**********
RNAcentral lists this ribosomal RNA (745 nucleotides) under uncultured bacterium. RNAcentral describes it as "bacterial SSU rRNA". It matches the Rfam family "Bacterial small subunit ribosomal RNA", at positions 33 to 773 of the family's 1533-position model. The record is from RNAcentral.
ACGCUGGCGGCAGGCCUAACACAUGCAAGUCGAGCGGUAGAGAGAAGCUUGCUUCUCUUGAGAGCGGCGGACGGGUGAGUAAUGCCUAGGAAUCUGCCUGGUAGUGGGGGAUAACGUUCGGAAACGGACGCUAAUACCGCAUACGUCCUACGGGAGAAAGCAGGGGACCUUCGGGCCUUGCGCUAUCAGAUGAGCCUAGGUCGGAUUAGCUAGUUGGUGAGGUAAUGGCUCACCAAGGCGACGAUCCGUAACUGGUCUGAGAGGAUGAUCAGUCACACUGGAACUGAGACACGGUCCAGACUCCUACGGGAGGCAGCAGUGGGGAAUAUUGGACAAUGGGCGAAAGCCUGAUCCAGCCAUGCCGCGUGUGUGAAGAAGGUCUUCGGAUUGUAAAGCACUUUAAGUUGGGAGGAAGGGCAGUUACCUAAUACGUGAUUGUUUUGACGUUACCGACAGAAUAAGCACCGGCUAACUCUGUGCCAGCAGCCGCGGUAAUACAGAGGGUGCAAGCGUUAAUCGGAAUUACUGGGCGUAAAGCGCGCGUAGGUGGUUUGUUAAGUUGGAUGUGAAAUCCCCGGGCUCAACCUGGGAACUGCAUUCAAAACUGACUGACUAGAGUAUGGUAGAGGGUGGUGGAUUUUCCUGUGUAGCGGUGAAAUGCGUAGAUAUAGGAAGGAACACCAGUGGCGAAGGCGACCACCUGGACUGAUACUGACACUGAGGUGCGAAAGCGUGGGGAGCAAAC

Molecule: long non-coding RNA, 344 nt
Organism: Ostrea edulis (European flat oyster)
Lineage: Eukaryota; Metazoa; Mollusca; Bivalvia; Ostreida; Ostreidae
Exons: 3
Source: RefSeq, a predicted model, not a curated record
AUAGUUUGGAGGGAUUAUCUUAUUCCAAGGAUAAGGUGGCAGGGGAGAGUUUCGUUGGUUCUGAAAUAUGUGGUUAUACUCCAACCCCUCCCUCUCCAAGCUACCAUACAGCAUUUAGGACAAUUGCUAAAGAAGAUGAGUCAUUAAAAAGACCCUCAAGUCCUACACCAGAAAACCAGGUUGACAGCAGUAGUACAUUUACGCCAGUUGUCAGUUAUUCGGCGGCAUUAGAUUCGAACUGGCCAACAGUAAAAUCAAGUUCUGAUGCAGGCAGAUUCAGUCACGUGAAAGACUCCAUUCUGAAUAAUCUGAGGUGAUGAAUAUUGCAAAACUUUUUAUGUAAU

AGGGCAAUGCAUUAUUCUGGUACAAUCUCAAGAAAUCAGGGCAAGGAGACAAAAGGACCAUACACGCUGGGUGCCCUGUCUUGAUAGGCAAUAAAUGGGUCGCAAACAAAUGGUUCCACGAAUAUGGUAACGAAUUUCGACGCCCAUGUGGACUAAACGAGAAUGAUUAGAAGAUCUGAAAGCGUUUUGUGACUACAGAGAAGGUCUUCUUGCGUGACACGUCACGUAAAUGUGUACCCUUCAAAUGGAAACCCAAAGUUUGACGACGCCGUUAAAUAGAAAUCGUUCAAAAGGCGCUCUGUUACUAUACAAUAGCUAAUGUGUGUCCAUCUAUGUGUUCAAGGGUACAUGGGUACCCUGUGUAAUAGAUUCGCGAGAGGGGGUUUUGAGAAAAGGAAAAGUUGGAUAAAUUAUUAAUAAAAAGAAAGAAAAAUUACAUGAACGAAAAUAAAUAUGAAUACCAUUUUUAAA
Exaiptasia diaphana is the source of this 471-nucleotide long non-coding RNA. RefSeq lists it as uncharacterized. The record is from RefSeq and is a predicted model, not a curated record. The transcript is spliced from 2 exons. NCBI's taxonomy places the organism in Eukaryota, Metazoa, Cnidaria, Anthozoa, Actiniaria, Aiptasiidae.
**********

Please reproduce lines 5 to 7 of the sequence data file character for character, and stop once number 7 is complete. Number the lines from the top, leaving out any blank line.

Lineage: Eukaryota; Metazoa; Mollusca; Bivalvia; Ostreida; Ostreidae
Exons: 3
Source: RefSeq, a predicted model, not a curated record